Are Your Hands Dry From All That Washing?

Here’s what to do.

White gloves, Aquaphor, Vaseline, and CeraVe.
Photo illustration by Slate. Photos by Amazon.

Slate has relationships with various online retailers. If you buy something through our links, Slate may earn an affiliate commission. We update links when possible, but note that deals can expire and all prices are subject to change. All prices were up to date at the time of publication.

As you’ve most certainly heard by now, one of the most effective ways to protect yourself against the coronavirus is to wash your hands. Often. And thoroughly. And as you’ve probably noticed by now, washing your hands so frequently can have the unfortunate and adverse effect of drying out your skin. Ironically, if your skin dries out to the point of cracking, those cracks can give bacteria an entry point.


When you’re washing your hands this much, it’s imperative to take the additional step of keeping them moisturized. Dr. Sara Hogan, a dermatologist at UCLA Medical Center, explains that your outermost layer of skin, the stratum corneum, is composed of dead skin cells, which shield your skin from dirt and microbes and also act as a guard to retain your skin’s moisture. Frequent hand-washing can disrupt this barrier, causing your skin to lose moisture.


What’s the best way to combat this dryness? While it may seem like all moisturizers are created equal, Dr. Evan Rieder, a dermatologist at NYU Langone, explains that a hierarchy exists. “Ointments like Vaseline, Aquaphor, and things like that are really greasy but are the mother of all moisturizers and emollients because they lock everything in,” he said. He says next effective are creams, and then lotions, which are much less hydrating because they have higher water content.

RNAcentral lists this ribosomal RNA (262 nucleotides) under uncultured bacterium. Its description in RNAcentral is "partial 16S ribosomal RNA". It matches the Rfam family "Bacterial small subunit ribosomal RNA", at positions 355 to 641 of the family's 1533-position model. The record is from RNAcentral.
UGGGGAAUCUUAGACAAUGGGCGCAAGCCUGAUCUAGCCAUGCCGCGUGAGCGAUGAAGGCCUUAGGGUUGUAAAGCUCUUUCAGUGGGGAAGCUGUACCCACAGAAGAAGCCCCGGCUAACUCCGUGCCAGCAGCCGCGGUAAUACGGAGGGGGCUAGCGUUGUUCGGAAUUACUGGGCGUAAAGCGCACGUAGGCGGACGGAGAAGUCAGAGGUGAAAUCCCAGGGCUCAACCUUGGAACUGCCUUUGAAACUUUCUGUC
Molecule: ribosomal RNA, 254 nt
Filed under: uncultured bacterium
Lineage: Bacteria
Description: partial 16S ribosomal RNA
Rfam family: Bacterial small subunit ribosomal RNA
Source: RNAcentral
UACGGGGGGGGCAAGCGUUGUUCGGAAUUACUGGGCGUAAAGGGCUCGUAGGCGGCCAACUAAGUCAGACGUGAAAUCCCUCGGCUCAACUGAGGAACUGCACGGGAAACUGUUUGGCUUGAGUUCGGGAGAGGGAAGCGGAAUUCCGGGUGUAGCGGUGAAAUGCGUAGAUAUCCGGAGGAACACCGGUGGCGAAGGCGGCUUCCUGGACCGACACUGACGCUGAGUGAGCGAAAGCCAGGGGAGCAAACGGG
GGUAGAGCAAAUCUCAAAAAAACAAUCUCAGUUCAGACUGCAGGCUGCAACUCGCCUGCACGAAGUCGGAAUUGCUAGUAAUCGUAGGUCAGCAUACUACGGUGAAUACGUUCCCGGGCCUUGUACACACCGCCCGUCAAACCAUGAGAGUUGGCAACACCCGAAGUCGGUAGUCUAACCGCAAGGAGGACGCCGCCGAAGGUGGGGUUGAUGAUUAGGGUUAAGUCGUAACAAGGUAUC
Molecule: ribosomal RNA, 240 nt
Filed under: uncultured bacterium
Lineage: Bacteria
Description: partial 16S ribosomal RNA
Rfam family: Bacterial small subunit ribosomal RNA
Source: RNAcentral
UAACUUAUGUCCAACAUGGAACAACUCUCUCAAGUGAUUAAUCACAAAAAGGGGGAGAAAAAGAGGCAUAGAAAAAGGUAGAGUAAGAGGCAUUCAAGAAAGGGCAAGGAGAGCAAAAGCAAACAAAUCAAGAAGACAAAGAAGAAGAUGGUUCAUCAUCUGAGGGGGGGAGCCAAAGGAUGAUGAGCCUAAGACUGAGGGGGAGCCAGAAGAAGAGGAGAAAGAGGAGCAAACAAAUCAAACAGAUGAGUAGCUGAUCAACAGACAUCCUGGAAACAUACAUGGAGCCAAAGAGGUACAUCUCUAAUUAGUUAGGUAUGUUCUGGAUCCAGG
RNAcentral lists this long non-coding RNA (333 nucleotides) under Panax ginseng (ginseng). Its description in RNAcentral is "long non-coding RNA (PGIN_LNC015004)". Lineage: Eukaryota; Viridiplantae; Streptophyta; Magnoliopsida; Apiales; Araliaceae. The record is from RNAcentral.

But Rieder notes there’s also some measure of practicality in which moisturizer you choose. He suggests reaching for hand creams over ointments throughout the day as a midpotency option, because they hydrate without rendering your hands inoperative. Those that contain ceramides and hyaluronic acid will be most effective. Rieder likes CeraVe cream because it’s hypoallergenic, nongreasy, and blends into your skin nicely. He recommends buying a few tubes and keeping them somewhere you can apply the lotion immediately after washing your hands, such as in the bathroom or at your desk if you’re at work. (Best practice is to wash your hands, pat them dry, and then apply moisturizer right away to sort of reseal your skin.)

But those greasy ointments are your friend at bedtime—Rieder suggests one like Vaseline, which isn’t practical for daytime use but is really effective. If your hands are especially dry, as they likely are right now, Hogan recommends taking that a step further by covering your hands with cotton gloves to increase absorption.

This self-care routine may feel like more than you have the bandwidth for right now, but chances are you’re doing a fair bit of hand-wringing anyway. Slap on some hand cream and take solace in knowing your fretting can have a fringe benefit.